re.This setup alone changes the feel of head-to-head battles compared to the last games pretty noticeably... especially since players can actually fly and descend on their own without the need to be launched (finally!). That flying technique is particularly useful when competing in tournament mode with "Ring Outs" turned on since one technique you can use to avoid the cheese tactic is to sail up into the air. Despite this new perspective and true ability to fly, however, fans that liked the multitude of attacks found in the last version may be a bit disappointed in this more simplistic setup. Even so, I have to admit that the action plays out a lot more faithfully to the anime under the current schematic.Another positive aspect to Budokai Tenkaichi is the ramped-up AI. Even when playing on the medium difficulty, the CPU is a brutal and merciless bastard. It can't be bargained with, it can't be reasoned with, it doesn't feel pity, or remorse, or fear -- and it absolutely will not stop, ever, until you're dead. Despite that, the lower challenge settings are a bit more tolerable (with the easiest level being less of a pushover than your average fighter) and the number of moves that the computer will use to mix it up against you is pretty respectable. Nothing beats playing against another human being, though. Tenkaichi is an impressively fun two-player contest that has plenty of options to choose from.In fact, it's DBZ's list of options that really pushes it over the edge. There are a great number of things for gamers to do here regardless of whether or not they're by themselves or hanging out with their friends. That statement goes beyond the expected Practice and Duel modes too, as there are also a number of supporting features that can provide a great deal of fun. Evolution Z, for instance, gets rid of the tried and true "item shop" setup from the earlier games and allows you to upgrade and customize your characters in an infinite number of ways without having to deal with a shopkeeper. Now you gain special upgrade capsules for beating any match at any time -- eliminating the tired process of amassing enough good stuff to get the better items. You can fuse items together to create new ones too, so there's never a lack of goodies for you to uncover.

My favorite mode is the "Z Battle Gate" story option. It's the successor to last year's Dragon Universe, and allows you to relive popular moments in DBZ history by playing through various plot-driven (and branching) scenarios. The cool thing is that almost every single Dragon Ball Z saga has been included in the festivities -- from the Maijin Buu and Frieza sagas to the Fusion and Cell Games sagas -- and there are even a couple of bonus stories thrown in for good measure. What's more, is that players can also look up character profiles with complete histories from the original Dragon Ball to the end of GT and learn firsthand just how many times the cast of DBZ seems to die on a regular basis.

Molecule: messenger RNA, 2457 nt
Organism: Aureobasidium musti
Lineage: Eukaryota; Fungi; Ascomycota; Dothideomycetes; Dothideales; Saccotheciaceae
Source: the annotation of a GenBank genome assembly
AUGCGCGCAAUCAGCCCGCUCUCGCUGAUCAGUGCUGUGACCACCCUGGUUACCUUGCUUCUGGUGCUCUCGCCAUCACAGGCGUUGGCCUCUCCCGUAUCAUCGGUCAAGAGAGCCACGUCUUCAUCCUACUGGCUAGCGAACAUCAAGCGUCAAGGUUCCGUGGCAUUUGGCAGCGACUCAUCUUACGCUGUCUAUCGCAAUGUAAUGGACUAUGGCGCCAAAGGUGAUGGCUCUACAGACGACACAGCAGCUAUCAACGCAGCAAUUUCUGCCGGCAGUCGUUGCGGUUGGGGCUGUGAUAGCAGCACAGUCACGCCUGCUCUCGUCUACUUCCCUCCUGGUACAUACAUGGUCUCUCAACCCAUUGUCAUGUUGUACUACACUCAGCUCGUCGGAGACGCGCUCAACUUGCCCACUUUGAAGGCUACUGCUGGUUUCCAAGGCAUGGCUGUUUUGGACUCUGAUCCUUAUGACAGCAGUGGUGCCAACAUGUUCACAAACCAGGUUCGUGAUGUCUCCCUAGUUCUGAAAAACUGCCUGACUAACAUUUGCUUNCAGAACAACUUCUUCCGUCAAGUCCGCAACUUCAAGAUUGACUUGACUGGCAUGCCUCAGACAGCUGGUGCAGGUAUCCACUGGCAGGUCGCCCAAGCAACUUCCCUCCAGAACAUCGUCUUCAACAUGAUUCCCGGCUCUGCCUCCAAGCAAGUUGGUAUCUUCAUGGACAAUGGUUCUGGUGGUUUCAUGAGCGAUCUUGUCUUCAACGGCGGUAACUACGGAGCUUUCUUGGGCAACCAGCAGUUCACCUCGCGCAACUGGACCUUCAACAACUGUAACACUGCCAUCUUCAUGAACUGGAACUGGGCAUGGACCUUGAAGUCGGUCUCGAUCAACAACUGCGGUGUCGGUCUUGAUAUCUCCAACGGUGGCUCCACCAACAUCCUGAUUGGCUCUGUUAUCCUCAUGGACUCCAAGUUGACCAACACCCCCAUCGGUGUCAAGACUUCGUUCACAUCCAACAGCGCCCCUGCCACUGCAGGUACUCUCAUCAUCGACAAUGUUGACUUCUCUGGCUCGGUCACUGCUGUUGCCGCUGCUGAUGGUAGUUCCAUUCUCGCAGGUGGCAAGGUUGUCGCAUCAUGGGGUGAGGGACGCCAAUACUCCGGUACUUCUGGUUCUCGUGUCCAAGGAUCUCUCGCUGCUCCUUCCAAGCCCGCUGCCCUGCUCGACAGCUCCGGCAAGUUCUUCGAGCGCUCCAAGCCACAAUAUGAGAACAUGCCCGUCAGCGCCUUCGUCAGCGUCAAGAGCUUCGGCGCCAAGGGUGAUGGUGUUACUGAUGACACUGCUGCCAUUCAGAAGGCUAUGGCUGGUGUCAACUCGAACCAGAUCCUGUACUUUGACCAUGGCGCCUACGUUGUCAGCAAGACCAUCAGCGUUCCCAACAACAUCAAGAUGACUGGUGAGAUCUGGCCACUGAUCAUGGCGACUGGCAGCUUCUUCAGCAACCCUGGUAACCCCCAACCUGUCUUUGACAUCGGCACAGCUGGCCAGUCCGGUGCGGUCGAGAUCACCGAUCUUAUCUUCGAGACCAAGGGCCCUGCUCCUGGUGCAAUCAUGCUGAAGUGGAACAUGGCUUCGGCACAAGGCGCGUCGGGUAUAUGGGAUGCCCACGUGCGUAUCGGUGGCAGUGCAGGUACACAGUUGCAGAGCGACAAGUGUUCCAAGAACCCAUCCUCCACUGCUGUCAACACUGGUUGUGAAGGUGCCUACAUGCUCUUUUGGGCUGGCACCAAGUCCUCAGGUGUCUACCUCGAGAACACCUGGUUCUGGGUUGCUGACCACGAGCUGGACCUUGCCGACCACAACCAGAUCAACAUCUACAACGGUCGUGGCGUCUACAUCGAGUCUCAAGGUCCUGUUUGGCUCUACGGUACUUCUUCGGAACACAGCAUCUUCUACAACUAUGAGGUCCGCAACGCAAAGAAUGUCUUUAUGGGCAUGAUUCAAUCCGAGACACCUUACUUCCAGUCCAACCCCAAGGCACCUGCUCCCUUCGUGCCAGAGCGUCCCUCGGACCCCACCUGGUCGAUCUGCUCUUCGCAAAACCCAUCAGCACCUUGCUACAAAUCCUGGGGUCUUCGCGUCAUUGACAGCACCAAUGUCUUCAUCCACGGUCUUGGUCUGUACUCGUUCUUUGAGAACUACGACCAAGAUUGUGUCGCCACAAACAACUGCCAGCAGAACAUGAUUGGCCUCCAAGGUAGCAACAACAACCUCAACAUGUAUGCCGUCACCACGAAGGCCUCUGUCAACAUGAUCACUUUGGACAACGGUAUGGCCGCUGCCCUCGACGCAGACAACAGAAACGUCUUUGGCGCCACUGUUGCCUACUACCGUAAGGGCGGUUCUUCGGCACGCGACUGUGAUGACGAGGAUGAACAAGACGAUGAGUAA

I'd be remiss if I didn't mention, however, that Atari still hasn't included an online mode for players to duke it out over their broadband connections. And with most other recent fighters supporting this kind of feature, it's pretty disappointing that it has yet to appear in a DBZ title. At least hotseat players can build their own tournaments for community play, though, and the fun Ultimate Battle has a unique Virtua Fighter 4: Evolution feel to its ranking motif.

Oh and before I forget, Budokai Tenkaichi's presentation is excellent. Much like last year's Greatest Hits version of Budokai 3, Tenkaichi also offers the original Japanese voices in story mode and on menu screens. Of course, English speakers should be happy to know that there's full voice-over for everything in both languages as well, and that every character is played by the same actor that portrays them in the U.S. dub. The visuals are equally good with accurate cel-shaded character models and arenas, and the overall look of the game is ripped straight out of the TV series. Unfortunately, progressive Scan and widescreen modes go unsupported.
Dragon Ball Z: Budokai Tenkaichi may not have the combat depth of competition like Tekken and Dead or Alive, but there's still some definite finger-busting appeal to its simplistic fighting mechanics. And while it's true that it's large environments and dash-heavy gameplay may draw out the length of most contests and cause occasional camera problems, it's still fun -- and that's what matters. Throw in a massively deep list of modes and features, more than 50 playable characters, and customizable goodies for your fighters and you have everything necessary to please both Dragon Ball diehards and fighting game curiosos alike.